, Volume 1, Issue 3, pp 219–232

Physiological and ecological controls on carbon sequestering in terrestrial ecosystems

  • Boyd R. Strain

DOI: 10.1007/BF02187200

Cite this article as:
Strain, B.R. Biogeochemistry (1985) 1: 219. doi:10.1007/BF02187200


Carbon cycling processes in ecosystems are generally believed to be well understood. Carbon, hydrogen, oxygen and other essential elements are chemically converted from inorganic to organic compounds primarily in the process of photosynthesis. Secondary metabolic processes cycle carbon in and among organisms and carbon is ultimately released back to the environment as CO2 by respiratory processes. Unfortunately, our understanding of this cycle was determined under the assumption that the primary inorganic form of C (CO2 in the atmosphere) was relatively constant. With the emerging concensus that atmospheric carbon concentration is increasing, we must now reassess our understanding of the carbon cycle. How will plants, animals and decomposers respond to a doubling of carbon supply? Will biological productivity be accelerated? If plant productivity increases will a predictable percentage of the increase be accumulated as increased standing crop? Or, is it possible that doubling the availability of CO2 will increase metabolic activity at all trophic levels resulting in no net increase in system standing crop? The purpose of this paper is to review evidence for physiological and growth responses of plants to carbon dioxide enhancement. Essentially no research has been completed on the ecological aspects of these questions. From this review, I conclude that accurate predictions of future ecosystem responses to increasing atmospheric carbon dioxide concentration are not possible without additional understanding of physiological and ecological mechanisms.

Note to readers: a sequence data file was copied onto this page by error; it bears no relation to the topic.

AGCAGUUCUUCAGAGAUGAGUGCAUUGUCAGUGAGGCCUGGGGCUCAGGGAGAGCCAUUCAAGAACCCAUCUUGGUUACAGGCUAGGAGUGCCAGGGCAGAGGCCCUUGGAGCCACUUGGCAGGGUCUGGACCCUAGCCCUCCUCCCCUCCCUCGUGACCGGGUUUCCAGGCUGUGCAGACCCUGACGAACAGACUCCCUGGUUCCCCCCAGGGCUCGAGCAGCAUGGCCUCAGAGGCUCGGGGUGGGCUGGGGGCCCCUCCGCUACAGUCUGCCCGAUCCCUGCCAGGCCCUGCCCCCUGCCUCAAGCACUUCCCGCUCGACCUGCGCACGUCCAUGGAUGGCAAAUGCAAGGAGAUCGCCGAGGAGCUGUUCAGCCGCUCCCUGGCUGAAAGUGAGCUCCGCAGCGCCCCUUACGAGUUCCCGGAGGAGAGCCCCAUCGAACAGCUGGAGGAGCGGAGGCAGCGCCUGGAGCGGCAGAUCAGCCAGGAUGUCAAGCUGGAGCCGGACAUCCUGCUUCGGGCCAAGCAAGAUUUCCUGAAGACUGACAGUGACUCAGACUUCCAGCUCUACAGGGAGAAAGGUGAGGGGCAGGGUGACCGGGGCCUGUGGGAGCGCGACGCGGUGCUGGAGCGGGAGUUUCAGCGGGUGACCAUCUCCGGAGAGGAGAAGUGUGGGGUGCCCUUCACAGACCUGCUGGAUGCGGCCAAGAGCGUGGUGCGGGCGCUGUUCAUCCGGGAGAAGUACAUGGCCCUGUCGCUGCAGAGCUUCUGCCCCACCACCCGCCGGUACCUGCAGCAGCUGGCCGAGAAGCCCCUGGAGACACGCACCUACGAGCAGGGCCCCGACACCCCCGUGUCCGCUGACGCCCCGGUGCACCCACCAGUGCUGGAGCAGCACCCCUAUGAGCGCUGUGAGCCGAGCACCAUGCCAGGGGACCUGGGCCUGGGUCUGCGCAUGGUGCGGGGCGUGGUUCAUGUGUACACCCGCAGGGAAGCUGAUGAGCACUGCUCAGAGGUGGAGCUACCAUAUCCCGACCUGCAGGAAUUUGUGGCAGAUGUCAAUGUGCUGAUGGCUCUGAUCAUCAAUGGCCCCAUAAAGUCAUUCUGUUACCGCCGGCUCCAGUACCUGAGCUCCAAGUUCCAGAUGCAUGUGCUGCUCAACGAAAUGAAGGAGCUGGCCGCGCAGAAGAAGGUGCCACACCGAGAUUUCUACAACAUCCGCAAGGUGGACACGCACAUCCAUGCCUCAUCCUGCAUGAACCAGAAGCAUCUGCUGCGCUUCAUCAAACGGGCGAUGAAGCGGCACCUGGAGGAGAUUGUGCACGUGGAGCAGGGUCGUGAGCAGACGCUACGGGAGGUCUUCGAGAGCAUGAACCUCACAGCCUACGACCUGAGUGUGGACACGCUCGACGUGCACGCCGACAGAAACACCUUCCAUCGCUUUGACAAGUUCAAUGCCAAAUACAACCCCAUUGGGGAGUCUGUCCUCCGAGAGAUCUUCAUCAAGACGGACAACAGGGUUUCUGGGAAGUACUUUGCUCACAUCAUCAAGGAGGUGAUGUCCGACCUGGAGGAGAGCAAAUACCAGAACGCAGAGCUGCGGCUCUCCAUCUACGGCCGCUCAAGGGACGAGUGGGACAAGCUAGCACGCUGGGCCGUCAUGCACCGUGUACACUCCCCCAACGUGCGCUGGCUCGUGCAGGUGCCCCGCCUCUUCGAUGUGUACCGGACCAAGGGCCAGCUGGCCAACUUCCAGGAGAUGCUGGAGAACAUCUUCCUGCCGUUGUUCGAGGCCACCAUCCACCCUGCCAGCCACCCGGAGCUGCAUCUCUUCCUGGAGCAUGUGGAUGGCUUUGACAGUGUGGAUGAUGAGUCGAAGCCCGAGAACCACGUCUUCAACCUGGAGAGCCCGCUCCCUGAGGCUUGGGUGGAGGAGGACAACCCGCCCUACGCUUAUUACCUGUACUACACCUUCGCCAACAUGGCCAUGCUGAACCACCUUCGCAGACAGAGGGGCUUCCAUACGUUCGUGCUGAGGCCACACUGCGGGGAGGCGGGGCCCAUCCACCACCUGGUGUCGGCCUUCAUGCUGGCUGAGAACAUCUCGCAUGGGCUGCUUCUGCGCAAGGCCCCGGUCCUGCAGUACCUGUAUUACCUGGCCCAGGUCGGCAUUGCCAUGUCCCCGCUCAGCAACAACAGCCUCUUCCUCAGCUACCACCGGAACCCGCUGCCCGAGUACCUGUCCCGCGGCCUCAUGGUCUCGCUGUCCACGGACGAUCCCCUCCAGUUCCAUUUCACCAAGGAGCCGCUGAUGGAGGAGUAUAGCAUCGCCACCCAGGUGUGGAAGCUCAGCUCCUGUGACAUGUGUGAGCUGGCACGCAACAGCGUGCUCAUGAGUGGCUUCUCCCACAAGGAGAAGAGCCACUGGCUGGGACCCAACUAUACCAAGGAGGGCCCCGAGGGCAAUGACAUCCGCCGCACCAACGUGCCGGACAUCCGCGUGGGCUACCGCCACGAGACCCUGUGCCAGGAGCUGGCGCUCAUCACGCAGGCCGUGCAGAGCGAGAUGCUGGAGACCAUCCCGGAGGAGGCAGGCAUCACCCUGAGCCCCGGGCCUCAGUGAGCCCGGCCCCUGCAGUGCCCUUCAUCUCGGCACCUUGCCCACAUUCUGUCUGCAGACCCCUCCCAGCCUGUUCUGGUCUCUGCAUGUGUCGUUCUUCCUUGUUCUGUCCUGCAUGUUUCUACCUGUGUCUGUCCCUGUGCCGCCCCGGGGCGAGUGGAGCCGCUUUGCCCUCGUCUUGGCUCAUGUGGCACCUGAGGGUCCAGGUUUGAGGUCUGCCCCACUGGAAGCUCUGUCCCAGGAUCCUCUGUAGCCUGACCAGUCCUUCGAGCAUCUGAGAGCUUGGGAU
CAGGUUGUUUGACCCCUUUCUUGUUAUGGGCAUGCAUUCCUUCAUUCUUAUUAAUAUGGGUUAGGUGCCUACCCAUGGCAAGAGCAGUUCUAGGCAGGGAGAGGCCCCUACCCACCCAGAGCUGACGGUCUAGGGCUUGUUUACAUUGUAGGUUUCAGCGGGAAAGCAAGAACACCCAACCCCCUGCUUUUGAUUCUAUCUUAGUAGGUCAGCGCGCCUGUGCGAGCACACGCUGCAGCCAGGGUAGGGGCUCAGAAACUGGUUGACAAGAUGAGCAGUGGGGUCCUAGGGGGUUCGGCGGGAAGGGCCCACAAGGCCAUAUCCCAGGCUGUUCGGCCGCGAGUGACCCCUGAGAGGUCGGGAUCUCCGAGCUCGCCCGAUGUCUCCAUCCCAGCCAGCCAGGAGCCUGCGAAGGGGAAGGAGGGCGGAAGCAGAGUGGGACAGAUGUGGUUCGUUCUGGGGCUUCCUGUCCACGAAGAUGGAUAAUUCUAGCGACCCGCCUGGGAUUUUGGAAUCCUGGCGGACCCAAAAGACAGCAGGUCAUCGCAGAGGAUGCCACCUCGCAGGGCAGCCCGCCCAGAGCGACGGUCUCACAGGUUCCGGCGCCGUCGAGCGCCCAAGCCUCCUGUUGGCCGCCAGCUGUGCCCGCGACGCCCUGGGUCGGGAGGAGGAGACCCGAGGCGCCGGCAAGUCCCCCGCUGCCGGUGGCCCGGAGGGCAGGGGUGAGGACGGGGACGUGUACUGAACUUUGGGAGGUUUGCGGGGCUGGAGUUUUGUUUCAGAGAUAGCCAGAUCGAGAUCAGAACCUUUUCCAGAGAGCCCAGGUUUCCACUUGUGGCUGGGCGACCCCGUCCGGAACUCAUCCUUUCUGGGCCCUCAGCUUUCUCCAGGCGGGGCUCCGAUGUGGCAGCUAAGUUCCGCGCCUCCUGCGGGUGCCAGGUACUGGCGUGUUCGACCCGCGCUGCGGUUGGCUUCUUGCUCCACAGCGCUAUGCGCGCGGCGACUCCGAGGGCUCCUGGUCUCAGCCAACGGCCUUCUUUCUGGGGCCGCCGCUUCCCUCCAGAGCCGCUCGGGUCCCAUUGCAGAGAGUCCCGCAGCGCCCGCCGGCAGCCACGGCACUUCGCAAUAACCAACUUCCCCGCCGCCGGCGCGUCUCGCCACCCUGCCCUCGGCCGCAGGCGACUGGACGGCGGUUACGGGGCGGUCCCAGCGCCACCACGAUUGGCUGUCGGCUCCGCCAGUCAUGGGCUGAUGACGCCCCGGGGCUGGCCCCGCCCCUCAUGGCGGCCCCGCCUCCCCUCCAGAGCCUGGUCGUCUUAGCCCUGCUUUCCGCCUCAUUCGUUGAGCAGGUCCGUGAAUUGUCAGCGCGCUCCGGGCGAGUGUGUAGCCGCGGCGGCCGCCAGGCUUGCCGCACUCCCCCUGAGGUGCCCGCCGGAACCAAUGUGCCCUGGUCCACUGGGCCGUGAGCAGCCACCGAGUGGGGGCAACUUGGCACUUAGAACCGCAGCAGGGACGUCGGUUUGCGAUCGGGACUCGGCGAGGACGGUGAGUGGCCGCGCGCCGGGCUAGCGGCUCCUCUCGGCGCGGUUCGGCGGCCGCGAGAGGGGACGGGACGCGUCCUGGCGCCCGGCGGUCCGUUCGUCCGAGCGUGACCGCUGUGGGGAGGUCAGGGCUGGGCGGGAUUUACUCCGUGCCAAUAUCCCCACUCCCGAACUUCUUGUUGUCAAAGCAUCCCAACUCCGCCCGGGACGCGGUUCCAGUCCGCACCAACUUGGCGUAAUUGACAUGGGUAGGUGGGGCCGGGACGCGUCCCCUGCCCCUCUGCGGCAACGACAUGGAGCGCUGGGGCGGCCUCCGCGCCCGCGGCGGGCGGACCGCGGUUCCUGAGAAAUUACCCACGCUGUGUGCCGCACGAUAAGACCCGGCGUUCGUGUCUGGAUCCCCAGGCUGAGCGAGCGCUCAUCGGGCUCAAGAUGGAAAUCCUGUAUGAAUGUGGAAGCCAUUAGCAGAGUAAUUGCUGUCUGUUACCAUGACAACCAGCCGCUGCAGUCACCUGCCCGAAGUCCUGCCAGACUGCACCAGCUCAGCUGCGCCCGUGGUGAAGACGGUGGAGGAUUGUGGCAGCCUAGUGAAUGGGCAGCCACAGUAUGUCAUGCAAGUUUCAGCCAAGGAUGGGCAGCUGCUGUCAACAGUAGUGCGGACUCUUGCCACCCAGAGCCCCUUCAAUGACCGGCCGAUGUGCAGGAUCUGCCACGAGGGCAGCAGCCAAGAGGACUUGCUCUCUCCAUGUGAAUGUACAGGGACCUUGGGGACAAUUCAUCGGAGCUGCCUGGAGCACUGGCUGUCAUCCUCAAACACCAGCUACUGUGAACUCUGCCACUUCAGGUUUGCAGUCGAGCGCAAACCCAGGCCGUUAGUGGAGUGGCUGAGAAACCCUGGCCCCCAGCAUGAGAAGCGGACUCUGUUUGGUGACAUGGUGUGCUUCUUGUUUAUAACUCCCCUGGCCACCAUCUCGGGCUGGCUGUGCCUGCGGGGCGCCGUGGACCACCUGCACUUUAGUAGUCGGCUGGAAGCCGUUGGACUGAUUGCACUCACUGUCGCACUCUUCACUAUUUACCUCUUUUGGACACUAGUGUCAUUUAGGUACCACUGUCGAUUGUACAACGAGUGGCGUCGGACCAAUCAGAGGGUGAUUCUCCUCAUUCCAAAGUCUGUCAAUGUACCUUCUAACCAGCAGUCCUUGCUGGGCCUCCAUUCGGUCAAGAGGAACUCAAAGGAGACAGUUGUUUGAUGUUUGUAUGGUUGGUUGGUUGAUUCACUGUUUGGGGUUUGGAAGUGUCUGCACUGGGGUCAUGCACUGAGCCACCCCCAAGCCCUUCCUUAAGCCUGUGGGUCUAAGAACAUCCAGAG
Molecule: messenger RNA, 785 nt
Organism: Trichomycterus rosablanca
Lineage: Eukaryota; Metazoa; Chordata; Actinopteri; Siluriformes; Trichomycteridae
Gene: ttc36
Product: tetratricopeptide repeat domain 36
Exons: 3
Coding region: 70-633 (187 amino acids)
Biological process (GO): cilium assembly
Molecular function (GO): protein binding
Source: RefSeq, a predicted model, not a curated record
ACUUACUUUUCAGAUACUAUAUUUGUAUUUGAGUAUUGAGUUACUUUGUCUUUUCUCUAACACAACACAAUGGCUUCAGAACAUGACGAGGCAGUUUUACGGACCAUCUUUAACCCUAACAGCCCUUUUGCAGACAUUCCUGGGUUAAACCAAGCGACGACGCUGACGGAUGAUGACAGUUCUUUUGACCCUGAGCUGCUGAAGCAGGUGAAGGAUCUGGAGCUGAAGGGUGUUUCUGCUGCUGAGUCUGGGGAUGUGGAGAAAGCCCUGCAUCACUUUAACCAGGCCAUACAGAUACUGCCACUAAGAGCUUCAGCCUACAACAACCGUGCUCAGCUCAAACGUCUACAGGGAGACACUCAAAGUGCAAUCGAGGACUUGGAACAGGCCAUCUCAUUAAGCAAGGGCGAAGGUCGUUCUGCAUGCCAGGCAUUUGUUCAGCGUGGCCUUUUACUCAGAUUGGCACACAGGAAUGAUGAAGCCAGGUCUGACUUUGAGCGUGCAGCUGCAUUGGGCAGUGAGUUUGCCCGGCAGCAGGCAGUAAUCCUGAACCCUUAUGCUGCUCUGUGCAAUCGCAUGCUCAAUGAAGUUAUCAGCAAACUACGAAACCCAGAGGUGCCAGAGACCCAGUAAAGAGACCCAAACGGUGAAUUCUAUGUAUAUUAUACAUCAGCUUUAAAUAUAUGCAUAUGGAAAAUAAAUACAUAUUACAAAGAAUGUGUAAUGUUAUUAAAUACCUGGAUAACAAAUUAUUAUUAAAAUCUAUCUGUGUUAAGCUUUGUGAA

Key words

carbon dioxide carbon sequestering biomass net ecosystem productivity 

Copyright information

© Martinus Nijhoff/Dr W. Junk Publishers 1985

Authors and Affiliations

  • Boyd R. Strain
    • 1
  1. 1.Duke Phytotron, Department of BotanyDuke UniversityDurhamUSA

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